"…By the exercise of great foresight and administrative ability, he instituted and carried out plans and policies which enabled the Communications Security Organization to meet efficiently the obligations enforced on it and to overcome the difficulties arising from rapid expansion and changing command relationships…In addition, as a member of the Security Advisory Board for the Office of War Information, his advice and counsel were of great assistance in serving the security of governmental communications thereby aiding materially in the successful prosecution of the war…"

In May 1946 he joined USS Strong (DD-758), and served for eight months as Commanding Officer of that destroyer. He was transferred to command of USS Roman (DMS 21) in January 1947, and in March of that year, assumed command of the USS Hanson (DDR 832) in the Atlantic. The latter vessel, under his command, later participated in the European Occupation from February to May 1948 and represented the United States at Rhodes during the March 7, 1948 ceremonies celebrating the Re-annexation of the Dodecanese Islands. In August 1948 he was detached to return to Washington, DC, for a tour of shore duty, having been designated a Special Duty Office (SDO)-Communications.

He next had duty from August 1948 to June 1953 in the Office of Naval Communications, assigned in February 1951 as Head, Plans and Liaison Section. He was Fleet Operational Communications Officer on Staff of Commander in Chief, Pacific Fleet, and in June 1955 returned to the Naval Communications Division to serve first as Coordinator for Joint Chiefs of Staff and Joint Communication Electronic Committee matters, later as Head of the Plans and Policy Branch, and from June 1958 to January 1959 as Assistant Director, Naval Communications.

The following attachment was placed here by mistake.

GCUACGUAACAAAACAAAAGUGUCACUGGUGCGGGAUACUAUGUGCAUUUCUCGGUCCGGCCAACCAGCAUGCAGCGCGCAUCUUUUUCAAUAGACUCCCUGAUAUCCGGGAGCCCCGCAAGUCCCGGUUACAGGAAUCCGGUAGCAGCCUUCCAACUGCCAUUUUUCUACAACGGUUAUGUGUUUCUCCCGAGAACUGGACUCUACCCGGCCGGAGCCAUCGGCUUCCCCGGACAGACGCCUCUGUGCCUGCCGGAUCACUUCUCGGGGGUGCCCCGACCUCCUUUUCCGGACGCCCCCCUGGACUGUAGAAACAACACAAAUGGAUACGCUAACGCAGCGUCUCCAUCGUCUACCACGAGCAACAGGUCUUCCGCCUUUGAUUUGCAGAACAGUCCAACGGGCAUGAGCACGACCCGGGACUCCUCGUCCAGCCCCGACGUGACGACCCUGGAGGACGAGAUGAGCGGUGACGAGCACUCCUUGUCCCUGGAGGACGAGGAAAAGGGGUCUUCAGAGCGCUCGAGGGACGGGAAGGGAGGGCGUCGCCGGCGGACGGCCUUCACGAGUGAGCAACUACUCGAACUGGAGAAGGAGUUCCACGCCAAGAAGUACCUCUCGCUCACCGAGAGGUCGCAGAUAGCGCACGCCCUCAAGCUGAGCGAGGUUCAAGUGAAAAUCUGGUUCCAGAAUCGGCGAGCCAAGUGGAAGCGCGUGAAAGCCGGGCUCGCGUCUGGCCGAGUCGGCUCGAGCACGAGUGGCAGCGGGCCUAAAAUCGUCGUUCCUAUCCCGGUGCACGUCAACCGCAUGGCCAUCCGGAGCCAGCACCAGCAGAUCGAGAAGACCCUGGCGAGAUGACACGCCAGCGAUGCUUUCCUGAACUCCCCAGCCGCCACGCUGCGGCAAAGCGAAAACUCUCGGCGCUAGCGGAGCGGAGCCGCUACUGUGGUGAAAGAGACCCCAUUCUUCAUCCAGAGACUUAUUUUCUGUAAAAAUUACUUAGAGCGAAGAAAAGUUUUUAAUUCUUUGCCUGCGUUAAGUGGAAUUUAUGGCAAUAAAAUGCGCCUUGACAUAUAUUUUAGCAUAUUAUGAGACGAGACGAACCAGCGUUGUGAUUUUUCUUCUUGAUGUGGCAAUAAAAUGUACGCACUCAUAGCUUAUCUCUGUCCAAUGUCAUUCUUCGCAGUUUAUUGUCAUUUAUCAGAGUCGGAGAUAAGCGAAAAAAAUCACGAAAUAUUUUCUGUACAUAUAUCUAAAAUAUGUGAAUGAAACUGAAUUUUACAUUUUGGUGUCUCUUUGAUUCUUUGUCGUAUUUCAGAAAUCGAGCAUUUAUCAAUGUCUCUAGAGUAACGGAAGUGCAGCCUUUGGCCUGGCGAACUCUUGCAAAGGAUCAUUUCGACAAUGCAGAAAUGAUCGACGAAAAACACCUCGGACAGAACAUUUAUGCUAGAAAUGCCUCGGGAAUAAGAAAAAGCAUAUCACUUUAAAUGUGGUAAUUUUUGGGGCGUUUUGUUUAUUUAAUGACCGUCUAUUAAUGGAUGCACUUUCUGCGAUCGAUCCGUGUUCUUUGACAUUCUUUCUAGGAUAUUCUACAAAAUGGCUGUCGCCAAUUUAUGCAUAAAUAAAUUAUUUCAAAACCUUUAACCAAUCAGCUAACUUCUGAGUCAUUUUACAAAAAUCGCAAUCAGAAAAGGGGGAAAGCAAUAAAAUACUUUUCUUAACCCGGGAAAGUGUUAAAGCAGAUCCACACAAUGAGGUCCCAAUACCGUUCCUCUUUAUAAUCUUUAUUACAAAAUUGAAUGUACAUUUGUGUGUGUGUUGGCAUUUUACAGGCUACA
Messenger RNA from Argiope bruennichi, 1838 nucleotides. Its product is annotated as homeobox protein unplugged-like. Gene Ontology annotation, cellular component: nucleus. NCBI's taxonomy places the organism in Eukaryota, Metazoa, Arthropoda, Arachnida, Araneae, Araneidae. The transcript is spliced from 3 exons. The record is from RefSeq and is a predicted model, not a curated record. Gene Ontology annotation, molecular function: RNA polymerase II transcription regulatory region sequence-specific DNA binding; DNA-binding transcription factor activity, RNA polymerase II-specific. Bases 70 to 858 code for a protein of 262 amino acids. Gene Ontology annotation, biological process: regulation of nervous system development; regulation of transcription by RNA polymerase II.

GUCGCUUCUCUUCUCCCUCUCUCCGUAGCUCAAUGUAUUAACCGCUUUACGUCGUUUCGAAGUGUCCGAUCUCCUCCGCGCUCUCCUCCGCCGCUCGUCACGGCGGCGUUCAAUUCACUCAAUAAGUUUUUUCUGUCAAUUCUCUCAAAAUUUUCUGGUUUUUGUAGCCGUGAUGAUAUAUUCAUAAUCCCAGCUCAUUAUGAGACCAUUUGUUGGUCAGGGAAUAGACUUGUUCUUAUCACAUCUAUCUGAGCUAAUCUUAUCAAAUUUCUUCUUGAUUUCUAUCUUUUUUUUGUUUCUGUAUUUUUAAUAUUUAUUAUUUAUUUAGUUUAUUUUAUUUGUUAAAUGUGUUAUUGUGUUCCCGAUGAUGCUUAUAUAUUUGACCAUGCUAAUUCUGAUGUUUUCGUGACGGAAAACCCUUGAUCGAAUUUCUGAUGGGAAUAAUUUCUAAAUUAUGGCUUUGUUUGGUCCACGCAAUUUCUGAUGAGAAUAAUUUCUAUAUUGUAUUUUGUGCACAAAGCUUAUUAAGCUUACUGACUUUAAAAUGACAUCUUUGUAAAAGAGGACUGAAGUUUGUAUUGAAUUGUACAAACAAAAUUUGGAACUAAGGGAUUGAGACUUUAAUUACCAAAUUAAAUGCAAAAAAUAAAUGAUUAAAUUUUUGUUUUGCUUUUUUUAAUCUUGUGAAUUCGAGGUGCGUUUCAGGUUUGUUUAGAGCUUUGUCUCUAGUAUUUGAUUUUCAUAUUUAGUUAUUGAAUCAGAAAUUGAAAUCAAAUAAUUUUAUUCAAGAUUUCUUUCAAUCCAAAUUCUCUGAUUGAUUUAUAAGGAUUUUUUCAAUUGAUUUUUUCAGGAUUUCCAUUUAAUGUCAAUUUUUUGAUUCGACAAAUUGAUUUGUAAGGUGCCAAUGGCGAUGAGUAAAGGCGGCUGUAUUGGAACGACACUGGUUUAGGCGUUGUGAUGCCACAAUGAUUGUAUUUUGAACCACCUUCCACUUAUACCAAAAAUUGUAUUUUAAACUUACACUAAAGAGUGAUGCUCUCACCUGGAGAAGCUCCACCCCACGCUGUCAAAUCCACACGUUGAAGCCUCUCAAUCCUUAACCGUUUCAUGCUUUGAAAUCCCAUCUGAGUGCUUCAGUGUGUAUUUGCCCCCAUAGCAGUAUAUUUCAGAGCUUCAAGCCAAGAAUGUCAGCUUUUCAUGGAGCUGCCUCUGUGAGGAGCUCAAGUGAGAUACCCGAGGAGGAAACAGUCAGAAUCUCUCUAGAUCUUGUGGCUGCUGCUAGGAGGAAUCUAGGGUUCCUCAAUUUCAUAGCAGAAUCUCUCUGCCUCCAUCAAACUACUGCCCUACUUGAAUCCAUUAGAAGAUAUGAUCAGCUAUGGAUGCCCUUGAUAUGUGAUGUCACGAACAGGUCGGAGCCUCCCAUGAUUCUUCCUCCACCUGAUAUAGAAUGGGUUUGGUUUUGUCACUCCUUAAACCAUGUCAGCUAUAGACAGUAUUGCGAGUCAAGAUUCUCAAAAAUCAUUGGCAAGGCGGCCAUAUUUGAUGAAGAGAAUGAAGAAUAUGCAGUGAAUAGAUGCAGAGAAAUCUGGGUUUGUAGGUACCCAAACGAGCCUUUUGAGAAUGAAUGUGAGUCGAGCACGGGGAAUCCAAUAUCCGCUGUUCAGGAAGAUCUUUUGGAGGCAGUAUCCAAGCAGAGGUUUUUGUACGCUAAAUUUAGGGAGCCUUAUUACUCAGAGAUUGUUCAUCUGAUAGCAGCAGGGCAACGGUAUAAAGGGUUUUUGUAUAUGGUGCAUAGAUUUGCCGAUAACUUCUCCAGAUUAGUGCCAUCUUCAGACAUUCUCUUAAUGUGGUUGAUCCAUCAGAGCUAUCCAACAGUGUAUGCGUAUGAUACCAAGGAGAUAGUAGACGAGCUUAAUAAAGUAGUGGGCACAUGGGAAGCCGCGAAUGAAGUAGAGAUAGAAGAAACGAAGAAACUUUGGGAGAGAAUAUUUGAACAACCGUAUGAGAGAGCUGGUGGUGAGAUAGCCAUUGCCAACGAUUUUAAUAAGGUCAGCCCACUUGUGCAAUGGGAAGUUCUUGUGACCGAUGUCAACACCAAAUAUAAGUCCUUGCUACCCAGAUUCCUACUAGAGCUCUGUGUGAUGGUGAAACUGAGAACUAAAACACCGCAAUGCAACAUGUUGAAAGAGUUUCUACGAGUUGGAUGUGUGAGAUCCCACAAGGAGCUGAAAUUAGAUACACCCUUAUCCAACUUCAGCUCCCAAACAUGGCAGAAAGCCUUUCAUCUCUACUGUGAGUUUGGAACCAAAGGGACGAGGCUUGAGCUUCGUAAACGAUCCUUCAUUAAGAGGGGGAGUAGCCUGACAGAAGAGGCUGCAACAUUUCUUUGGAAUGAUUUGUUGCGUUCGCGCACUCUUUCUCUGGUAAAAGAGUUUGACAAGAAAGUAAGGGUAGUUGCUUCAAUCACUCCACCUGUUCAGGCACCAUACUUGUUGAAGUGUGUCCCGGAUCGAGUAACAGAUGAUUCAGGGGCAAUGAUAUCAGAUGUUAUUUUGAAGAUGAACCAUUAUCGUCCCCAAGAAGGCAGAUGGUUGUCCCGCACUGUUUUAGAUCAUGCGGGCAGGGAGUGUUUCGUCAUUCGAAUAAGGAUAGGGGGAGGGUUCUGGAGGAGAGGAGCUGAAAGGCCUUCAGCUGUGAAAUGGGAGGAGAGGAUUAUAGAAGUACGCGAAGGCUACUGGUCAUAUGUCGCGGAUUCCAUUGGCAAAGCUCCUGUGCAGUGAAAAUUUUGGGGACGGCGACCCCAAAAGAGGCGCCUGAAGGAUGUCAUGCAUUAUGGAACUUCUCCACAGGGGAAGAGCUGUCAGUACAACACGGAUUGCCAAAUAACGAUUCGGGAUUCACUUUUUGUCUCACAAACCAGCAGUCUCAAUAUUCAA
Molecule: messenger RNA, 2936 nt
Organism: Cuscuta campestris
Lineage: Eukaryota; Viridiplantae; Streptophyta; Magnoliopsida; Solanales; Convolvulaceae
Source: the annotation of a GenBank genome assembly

During the next fifteen months he was assigned to the National Security Agency, first as Assistant Chief, later as Deputy Chief, Office General Studies, Production. In April 1960 he returned to the Office of the Chief of Naval Operations and served one month with the Joint Study Group, Joint Chiefs of Staff, and thereafter until July 1961 as Officer in Charge, Naval Security Group Headquarters Activity, and Assistant Head, Naval Security Group. Under orders of July 3, 1961, he is now assigned to the Joint Staff Office, Joint Chiefs of Staff, Washington, DC.

In addition to the Commendation Ribbon, Captain Ellis has the American Defense Service Medal, Fleet Clasp; the European-African-Middle Eastern Campaign Medal with one engagement star; the American Campaign Medal; the World War II Victory Medal; the Navy Occupation Service Medal; and the National Defense Service Medal.

Captain Ellis has served as President of the Westminster Presbyterian Church Choir, Alexandria, Virginia (1944-46 and 1951-52) and of the Westminster Men's Club (1945-46) and Vice President of the latter (1952-1953). He was President of the Pearl Harbor Little Theater in 1954-55 and Vice President in 1953-1954. He is a member of the US Naval Institute and Armed Forces Communication Electronic Association, and the Alumni Associations of US Naval Academy and Lake Forest College. His hobbies are art, music, dramatics, stagecraft and landscaping.

He died September 1, 2002. 


Published: Fri May 01 09:07:00 EDT 2020